What the Military Taught Me About DevOps

Triangle DevOps
Triangle DevOps
Public group
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Hopefully everyone is looking forward to a nice Thanksgiving (or just enjoyed it, depending on when you're reading this). After you've hopefully had some time to relax a bit, I'd like to invite you to attend this month's Triangle DevOps.

We welcome Chris Short, who is going to tell us what the military has taught him about DevOps. Chris has previously given this talk at DevOpsDays Detroit and it looks to be an excellent talk. Each one of us brings different backgrounds and experiences to our roles and I'm looking forward to hearing from Chris what his background has taught him.

We're at Interactive Intelligence this month. There is ample free parking available. Pizza and sodas will be provided. Doors open at 6:45pm. Please remember that we now have a code of conduct (https://github.com/TriangleDevOps/policies/blob/master/code-of-conduct.md) you're expected to abide by.

I'm looking forward to seeing everyone who can make it out. I'm thankful for the community that we have.

- Mark Mzyk

Chris' description of his talk:

What The Military Taught Me About DevOps

Kanban - Work could not pile up around anyone. Tickets could be used to track activity; used less to prioritize when to do work. Sure certain missions, personnel required immediate attention but first in, first out applied more often than not and every team member was an equal (a project manager’s dream).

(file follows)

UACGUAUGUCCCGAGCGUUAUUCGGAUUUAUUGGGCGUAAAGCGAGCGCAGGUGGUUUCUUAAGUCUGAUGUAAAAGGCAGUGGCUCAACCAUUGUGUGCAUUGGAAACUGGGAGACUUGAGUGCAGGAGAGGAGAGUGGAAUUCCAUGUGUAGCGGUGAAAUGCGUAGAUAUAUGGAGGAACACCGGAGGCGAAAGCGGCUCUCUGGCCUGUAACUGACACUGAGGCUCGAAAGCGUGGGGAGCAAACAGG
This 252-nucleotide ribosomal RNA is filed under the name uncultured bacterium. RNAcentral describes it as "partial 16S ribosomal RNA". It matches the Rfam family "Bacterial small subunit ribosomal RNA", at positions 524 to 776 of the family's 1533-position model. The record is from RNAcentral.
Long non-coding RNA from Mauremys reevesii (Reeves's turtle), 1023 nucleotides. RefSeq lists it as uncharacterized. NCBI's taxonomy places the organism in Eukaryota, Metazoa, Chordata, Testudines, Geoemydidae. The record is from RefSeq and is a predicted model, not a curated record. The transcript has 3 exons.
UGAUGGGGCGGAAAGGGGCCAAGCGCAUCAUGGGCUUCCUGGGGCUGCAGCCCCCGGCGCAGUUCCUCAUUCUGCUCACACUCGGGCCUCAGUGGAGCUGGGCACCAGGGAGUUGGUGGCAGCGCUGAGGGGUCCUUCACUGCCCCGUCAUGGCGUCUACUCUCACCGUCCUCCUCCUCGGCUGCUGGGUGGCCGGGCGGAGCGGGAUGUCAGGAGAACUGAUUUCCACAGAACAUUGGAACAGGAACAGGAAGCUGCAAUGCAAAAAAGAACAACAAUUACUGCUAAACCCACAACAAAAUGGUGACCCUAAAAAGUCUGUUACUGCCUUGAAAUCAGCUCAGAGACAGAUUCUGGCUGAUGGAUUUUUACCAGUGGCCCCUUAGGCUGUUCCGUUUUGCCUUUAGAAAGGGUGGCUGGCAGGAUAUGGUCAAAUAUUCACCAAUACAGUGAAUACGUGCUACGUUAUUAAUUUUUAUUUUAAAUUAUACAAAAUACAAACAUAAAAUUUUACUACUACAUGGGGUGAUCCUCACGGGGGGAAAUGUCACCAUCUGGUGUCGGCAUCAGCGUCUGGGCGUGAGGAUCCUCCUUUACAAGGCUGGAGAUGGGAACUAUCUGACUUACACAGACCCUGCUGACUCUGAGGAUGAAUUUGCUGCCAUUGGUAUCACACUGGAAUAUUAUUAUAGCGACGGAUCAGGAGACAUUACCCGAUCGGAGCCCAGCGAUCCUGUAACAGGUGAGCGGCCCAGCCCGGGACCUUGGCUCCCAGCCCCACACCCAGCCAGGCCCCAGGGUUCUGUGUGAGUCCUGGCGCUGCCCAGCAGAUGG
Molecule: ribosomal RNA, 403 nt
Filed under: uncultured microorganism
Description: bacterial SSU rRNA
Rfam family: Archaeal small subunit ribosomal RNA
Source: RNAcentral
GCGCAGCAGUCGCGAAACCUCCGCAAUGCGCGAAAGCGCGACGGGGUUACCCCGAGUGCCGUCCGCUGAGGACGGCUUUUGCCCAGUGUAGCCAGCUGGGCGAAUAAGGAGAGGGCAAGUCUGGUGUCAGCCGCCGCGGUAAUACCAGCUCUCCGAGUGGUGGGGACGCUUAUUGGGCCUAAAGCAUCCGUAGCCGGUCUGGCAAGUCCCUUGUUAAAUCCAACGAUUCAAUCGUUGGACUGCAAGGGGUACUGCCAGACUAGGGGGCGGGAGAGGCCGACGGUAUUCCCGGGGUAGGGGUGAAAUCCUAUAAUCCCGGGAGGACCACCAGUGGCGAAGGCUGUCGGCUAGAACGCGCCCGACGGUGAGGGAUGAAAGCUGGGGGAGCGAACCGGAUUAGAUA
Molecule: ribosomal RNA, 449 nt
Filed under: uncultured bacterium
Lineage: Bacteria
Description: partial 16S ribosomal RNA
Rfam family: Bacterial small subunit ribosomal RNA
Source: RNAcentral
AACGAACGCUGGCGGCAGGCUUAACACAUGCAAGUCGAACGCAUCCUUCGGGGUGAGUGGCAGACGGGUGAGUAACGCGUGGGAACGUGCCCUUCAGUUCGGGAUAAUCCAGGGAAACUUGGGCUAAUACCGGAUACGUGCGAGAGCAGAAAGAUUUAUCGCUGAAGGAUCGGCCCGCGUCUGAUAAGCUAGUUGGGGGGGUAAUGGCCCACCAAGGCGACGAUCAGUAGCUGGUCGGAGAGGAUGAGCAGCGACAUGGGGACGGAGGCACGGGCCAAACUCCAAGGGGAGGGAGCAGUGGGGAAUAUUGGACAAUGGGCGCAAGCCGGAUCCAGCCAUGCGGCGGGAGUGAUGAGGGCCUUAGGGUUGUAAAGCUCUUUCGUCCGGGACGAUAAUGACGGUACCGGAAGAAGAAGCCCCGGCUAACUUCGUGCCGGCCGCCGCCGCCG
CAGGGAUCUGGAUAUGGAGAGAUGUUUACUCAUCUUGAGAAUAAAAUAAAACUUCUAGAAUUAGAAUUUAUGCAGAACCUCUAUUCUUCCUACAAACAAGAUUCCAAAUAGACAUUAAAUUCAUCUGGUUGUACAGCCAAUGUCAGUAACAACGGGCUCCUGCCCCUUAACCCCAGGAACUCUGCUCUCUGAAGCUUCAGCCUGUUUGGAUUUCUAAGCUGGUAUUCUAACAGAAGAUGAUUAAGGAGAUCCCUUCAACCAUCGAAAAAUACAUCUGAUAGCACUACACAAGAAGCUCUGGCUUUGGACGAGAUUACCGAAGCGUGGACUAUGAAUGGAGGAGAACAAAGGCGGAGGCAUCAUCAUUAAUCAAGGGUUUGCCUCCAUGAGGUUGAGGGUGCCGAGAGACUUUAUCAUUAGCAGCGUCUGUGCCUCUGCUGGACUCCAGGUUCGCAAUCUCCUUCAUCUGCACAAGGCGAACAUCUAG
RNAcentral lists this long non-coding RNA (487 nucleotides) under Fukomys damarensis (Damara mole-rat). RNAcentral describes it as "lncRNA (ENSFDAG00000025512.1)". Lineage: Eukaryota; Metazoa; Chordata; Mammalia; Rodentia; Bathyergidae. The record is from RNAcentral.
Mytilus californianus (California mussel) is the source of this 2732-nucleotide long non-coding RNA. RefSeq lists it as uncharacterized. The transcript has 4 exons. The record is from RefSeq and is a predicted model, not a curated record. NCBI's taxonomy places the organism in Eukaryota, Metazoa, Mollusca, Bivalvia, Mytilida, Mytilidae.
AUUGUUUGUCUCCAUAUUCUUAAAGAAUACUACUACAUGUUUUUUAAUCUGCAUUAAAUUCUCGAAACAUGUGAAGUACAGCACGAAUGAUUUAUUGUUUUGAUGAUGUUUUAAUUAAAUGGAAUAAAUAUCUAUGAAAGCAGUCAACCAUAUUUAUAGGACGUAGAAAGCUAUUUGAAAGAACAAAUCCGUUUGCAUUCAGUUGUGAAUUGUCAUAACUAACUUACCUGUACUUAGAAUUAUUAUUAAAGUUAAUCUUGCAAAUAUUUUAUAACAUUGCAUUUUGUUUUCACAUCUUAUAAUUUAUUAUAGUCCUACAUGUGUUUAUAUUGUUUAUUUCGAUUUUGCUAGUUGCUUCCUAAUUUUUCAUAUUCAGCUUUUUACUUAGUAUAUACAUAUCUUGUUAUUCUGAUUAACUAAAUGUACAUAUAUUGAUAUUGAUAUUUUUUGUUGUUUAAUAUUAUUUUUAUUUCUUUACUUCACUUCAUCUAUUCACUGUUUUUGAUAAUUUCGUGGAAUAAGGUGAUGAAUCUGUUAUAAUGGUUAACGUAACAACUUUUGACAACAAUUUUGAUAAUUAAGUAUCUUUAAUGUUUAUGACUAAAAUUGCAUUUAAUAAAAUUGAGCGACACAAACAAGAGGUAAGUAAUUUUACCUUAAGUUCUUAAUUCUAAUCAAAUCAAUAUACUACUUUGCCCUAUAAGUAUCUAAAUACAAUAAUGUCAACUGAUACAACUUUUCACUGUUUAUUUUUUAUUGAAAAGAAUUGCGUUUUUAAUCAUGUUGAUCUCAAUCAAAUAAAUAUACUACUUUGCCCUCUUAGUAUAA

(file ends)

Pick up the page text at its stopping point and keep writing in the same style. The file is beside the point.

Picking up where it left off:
Documentation - A lot of the standards and instructions were high-level guidelines; actual implementation guides needed to be developed based off needs. Hardware/software requirements, configuration templates, etc. were all built and needed to be shared through various teams/networks. Odd one-off problems and solutions rarely were documented so I created a “What’s The Fix?” wiki to identify weird problems and their solutions that were likely to be encountered again based off mission cycles

Configuration Management - Version control systems were not readily used during my time in the military but boy it would have been really nice to have a subversion/mercurial/git repo. Config standards were maintained through tight access controls but were frequently modified based off discussed improvements.

Fail Fast Because Ultimate Failure Is Not an Option - Do the unimaginable in a remote location under austere circumstances. Ideas had to be tested immediately and often needed to be abandoned quickly based off mission needs and war time circumstances.

Diversity Was Everywhere - Black, Brown, Yellow, White, Green (sea/air/motion sick) did not matter to us. We were there to get the job done, period. Your gender did not matter, your socioeconomic status did not matter, and your ethnicity did not matter. If you didn’t know something, you were taught. If you were color blind it didn’t matter I could teach you to terminate Cat5e/Cat6 with the best of them. If you were willing to learn, I was willing to teach.

Conflict Resolution - The best idea rose to the top of teams. Rank seldom mattered so long as your idea was better. Input was constantly sought after from all parties.

Conclusion - I cannot stress how invaluable my time was in the Air Force. It made me who I am but it also taught me a lot of what DevOps is today. Don’t overlook veterans in your attempts to diversify.

Chris' bio:

11 years in the US Air Force working in joint units/roles (meaning I worked with the Army, Navy, Marines, NSA, NRO, NGIA, CIA, etc.). Heavy IT focus but also worked with satellite communications, phone switches, foreign country transmission infrastructure, etc.

You can learn more about Chris at his website (https://chrisshort.net/about/).